Memories late 40s/early 50s
In the 1940s my grandparents Alfred and Ellen Cornell had a bungalow at Canvey Island, this was one house away from the sea wall. It was in the Newlands area and looking at the map I believe the bungalow was in Brandenburg Road although I cannot be sure. It was definitely one of the long roads in Newlands leading to the sea wall. The bungalow had a verandah down the front side and we used to play shops there using the verandah top as a counter. As you entered the front door there was a vast living room with bedrooms to the right and the kitchen was at the back. I used to spend every school holiday down there with my grandparents and those long hot summers seemed to go on for ever. We had no running water and you had to carry a jug quite a few streets away to get water from a stand pipe. My bedroom had just a bowl and a jug to wash with. There was no electricity either – just a gas lamp for illumination. I can remember we had to get a tin bath out to put in the front of the coal fire and getting hot water from a kettle on the the stove for a bath. The radio was charged by an accumulator – a big heavy car battery type piece of equipment and when it lost it’s charge we would have to go up to the shops and exchange it for a freshly charged unit. The toilet was also outside but not plumbed in – it would have to be emptied every day by my grandparents and the contents placed in a cess pit in the garden.
The garden had fruit trees and a lawn which my grandfather cut by a push mower. The road was just grass and led virtually up to the sea wall where there was a little wooden bridge over the ditch and wooden stairs that lead up to the wall, Lizards used to bask on these steps or butterflies, all you saw were cabbage white butterflies then and the occasional red admiral. I never ever saw a snake but my cousin Ron used to catch them and skin them. The sea wall was just a grass hill and you could slide down it. My cousins round the corner at Uncle Fred’s house used to have a big box kite and it really flew high with the sea wind and you needed a lot of strength to control it. Not many people had cars in those days. There were no telephones either in the bungalow. My mother would send my favourite comics – The Dandy and Radio Fun by post. When I had read them I could take them up to a newsagent near Small Gains and swop them for something else. All my cousins from Upney were around too – they had another bungalow very close. Also my other cousin Christine (my mother’s sister’s daughter) came down in the summer. I just loved Canvey and being so close to the sea, just to arrive at Benfleet Station was a magical thing – the sound of seagulls and the wide open spaces, the ancient houseboats in the creek by the station and then boarding a double decker green bus and going over the bridge into the island and the journey inland surrounded by cows grazing in pastures. At the centre of the Island was Haystack Corner and when my parents came down they would go to the pub there and I would sit outside with a straw and a bottle of Tizer and a packet of crisps. My Grandparents bungalow was in the Newlands district, it was surrounded by mud and saltings but when the tide came in it covered them all and it was amazing how transformed the view was with a high tide, you could see clear across to Hadleigh Castle on the other side and Two Tree Island in-between.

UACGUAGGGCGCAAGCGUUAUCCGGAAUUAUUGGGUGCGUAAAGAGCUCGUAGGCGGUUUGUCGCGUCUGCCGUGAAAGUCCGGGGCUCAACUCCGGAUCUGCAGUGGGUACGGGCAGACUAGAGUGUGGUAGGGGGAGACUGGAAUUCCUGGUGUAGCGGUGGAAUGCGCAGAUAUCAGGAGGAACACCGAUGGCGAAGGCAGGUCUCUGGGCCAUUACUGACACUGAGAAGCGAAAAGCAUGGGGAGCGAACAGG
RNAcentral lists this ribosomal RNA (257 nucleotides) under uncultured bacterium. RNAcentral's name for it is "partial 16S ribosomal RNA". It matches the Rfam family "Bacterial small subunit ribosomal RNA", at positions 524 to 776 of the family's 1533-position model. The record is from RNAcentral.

Canvey seemed a big Island to my young self but on researching this I learn it is only around 15 miles to walk around it. I learnt to swim there in the creeks. The saltings enabled you to get out to the main channel of water without walking in the mud or if the tide was in you could swim in area below the wall. There were many routes through the saltings to reach the main channel and we used to call them by different names and some were graded hard or easy. If I got muddy walking to get to the water it was easy to wash off, more scary were the crabs or tin cans on the bottom. Some of the crabs were really big and menacing. Later when I got to try to swim in a swimming bath I found it hard as so used to the salt water in the sea which helped you to float better. Not that I was a great swimmer but I could do the breast stroke and enjoyed floating on my back and drifting. All the swimming trunks were made in wool in those days and used to fill up and swell with the weight of water. My uncle Fred who lived in a bungalow directly below the sea wall had a couple of rowing boats. The channel where all the water was we called ‘the main’ and sometimes when the tide was really out we would venture past there where there were mud banks.
Then came the great floods of 1953. My Uncle Fred was staying at his other house in Upney and my grandparents were in Upney too when the news broke, we only heard bits and pieces but thought it was bad and we thought the whole of Holland had been flooded too and we would never see Dutch flowers again. I went back to Canvey after the floods and stayed with my Uncle Fred and the whole area was busy with building up the walls. There were were hundred of pontoons around and I was determined to get one for my own personal raft and one day I swam up to the row of pontoons and liberated one.